Bartlett is one of only two Republicans from Maryland in Congress; both of the state's senators are Democrats, as are six of its eight House members.

Delaney, 49, is the wealthy co-founder and chairman of CapitalSource, a commercial lender.

Democrats in Hagerstown have grown accustomed to being the minority. But now some are looking forward to a win in November.

"Although I don't know that much about Delaney, anything is better than Roscoe," says Democrat Donald Johnson. "I'm looking forward to him having a difficult climb since they redistricted."

Most here agree it will be difficult for Bartlett to get re-elected, though there's been little public polling in the race to back that up. Still, the race is being closely watched.

"It really sets up the fundamental battle between the old district and the new district. Bartlett looks like the old district," says Don Kettl, dean of the School of Public Policy at the University of Maryland. "The voters will have to decide if Delaney looks like the new one."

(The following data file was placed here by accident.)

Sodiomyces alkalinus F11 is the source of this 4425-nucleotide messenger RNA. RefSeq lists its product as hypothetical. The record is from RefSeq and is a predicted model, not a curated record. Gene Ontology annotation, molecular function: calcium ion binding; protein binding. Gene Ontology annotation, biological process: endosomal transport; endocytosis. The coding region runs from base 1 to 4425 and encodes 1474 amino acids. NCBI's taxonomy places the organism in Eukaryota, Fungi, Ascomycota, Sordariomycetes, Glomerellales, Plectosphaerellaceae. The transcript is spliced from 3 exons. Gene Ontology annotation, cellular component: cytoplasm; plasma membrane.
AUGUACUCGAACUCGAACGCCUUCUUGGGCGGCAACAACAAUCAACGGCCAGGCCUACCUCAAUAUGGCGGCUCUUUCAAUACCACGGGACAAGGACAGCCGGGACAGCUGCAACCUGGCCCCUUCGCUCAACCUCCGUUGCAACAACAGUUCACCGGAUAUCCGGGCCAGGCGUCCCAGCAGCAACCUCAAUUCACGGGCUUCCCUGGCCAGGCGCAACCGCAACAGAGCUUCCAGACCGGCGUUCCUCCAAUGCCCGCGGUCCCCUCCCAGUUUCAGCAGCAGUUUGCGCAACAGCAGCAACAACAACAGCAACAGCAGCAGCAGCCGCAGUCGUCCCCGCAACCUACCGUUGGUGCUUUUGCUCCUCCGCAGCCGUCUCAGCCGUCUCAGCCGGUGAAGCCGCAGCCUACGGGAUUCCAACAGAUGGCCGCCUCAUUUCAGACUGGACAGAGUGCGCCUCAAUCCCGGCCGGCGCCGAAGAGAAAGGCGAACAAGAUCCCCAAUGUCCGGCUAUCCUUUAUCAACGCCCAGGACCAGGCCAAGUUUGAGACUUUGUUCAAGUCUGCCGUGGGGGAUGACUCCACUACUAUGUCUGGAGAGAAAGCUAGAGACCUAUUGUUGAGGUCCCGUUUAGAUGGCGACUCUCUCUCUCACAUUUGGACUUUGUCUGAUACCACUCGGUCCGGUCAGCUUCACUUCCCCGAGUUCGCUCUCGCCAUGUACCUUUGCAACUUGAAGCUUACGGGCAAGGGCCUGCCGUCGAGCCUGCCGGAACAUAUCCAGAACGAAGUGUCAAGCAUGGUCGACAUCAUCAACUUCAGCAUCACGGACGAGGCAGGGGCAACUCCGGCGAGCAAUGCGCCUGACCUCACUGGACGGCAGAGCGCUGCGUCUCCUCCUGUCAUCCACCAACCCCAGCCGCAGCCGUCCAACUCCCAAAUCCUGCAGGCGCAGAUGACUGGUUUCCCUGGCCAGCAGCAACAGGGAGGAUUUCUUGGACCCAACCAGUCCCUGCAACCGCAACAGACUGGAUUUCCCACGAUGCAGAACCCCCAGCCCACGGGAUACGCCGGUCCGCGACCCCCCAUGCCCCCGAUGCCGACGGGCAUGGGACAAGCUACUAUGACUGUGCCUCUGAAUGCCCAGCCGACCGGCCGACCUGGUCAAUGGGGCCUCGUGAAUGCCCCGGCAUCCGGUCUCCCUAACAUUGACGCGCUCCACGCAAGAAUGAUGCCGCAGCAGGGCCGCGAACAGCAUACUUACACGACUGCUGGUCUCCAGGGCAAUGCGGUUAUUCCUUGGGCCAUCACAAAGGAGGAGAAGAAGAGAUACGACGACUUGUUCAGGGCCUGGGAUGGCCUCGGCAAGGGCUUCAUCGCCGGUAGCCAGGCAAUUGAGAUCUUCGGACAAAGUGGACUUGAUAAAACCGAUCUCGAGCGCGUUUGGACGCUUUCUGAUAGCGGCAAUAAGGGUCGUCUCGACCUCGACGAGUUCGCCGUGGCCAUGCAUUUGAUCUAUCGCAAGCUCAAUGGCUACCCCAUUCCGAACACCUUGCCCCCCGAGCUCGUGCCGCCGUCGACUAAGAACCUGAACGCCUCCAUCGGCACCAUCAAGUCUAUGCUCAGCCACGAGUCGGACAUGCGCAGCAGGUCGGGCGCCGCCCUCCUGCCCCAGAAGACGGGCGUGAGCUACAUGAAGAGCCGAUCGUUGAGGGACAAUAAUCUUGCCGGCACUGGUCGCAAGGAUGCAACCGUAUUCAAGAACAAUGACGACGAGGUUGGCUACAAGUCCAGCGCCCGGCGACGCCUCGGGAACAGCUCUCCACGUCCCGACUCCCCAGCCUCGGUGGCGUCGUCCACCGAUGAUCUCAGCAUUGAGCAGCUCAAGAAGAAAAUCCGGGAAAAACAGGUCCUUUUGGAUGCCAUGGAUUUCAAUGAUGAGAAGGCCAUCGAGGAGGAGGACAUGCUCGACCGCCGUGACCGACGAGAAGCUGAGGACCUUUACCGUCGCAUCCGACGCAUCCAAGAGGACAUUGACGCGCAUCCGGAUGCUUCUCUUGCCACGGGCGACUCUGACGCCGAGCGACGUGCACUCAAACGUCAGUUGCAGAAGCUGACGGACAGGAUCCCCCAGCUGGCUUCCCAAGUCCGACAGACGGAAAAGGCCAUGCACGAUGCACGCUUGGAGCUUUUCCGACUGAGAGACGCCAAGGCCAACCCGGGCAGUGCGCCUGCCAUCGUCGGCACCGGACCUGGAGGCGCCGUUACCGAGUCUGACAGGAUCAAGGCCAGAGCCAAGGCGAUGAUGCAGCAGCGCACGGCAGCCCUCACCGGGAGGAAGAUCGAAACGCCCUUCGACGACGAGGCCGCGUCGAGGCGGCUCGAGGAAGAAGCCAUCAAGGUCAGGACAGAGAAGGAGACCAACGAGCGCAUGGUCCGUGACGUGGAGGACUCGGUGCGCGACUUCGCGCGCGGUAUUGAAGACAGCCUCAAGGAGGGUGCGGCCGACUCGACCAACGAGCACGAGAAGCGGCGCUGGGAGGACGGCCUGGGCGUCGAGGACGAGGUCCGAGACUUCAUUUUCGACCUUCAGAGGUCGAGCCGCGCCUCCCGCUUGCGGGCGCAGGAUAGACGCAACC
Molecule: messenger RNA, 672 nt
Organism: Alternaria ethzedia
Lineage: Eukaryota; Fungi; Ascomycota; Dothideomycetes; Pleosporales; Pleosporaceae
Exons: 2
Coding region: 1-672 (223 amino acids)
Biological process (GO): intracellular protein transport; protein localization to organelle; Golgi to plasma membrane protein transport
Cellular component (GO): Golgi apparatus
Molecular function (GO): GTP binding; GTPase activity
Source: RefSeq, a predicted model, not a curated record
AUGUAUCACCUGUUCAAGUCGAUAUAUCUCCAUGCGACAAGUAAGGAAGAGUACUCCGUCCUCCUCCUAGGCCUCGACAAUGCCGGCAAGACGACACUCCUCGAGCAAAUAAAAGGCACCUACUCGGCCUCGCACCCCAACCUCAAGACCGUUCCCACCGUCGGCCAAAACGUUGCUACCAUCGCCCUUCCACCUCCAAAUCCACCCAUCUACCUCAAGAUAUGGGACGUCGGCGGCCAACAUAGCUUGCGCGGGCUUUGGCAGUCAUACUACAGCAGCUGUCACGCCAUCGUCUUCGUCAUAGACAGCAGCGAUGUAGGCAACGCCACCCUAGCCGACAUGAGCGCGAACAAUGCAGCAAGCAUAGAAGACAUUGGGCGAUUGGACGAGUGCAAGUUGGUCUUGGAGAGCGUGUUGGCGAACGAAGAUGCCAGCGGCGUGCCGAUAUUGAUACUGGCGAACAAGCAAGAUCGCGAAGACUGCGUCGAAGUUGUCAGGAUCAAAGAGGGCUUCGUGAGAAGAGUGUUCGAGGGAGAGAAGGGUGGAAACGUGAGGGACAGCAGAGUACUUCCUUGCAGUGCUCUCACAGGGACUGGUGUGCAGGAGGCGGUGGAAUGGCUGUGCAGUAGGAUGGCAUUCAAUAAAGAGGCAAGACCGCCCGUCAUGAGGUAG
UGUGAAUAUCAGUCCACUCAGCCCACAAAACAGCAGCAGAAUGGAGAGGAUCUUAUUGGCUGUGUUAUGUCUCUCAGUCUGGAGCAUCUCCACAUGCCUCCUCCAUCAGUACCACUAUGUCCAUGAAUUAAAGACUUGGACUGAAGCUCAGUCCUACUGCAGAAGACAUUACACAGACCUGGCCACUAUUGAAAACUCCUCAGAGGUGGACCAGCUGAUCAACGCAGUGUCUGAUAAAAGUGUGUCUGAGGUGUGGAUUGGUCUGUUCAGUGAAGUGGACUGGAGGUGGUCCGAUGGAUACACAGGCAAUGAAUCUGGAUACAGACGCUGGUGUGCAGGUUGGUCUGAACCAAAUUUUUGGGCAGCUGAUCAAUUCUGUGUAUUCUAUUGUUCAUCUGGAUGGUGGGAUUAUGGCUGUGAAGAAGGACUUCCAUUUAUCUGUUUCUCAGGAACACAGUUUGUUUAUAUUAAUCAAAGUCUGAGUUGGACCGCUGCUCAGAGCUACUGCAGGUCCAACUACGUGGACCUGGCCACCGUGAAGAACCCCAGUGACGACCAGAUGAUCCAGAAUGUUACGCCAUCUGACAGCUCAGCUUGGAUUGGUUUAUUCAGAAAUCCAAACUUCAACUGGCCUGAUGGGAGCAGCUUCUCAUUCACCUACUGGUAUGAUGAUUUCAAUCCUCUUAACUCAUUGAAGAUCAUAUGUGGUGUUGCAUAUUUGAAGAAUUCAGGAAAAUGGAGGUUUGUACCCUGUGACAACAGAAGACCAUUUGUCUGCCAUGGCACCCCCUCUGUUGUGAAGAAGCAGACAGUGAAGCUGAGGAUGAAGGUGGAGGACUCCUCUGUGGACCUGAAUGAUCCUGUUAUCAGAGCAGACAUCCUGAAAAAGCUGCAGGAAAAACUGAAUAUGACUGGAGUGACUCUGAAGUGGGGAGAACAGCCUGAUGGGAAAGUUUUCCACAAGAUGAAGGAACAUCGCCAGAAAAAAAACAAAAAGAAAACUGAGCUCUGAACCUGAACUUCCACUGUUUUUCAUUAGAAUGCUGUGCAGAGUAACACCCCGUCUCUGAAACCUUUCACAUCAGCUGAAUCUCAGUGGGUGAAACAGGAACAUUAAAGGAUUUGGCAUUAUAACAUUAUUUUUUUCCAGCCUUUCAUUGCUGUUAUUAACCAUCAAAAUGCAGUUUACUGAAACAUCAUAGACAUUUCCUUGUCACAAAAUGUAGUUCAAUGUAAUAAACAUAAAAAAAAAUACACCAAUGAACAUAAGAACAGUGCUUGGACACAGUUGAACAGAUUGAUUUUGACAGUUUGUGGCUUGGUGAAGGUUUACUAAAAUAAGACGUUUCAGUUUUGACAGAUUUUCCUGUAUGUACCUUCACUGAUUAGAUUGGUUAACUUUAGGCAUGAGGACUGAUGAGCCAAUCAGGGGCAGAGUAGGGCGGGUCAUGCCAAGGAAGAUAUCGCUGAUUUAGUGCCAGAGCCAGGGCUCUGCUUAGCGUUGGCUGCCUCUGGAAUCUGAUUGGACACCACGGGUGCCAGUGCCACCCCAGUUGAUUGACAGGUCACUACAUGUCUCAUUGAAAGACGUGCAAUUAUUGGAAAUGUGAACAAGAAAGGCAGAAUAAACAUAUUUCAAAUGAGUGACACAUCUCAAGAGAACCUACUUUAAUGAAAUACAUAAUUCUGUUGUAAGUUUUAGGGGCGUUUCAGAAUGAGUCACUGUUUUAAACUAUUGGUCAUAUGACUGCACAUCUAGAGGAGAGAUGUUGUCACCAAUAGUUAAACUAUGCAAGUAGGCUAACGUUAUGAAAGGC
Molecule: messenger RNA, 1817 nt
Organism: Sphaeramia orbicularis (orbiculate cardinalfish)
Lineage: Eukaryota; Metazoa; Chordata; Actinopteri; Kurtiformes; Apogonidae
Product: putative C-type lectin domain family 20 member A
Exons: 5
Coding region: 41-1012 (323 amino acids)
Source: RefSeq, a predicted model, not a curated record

In an interview with NPR, Bartlett had this to say about his opponent: "Not only does Mr. Delaney not live in the district, he doesn't even vote frequently."

Delaney's campaign says he didn't vote in two elections in the past decade and that he lives just 300 yards outside the district boundary, a fact that doesn't disqualify him from running.

On the campaign trail, Delaney prefers to focus on his experience as a successful businessman. To make sure voters learn about him in television ads, Delaney has raised more than $3 million — half of it his own money. Bartlett raised only about a third that amount.

The discussion over how redistricting was handled by Democrats in Maryland is not over. Republicans succeeded in putting a question on the ballot, asking voters if they approve of the new boundaries, but even if voters reject them, that won't help Bartlett. In that case, the new boundaries would remain in place until the 2014 election.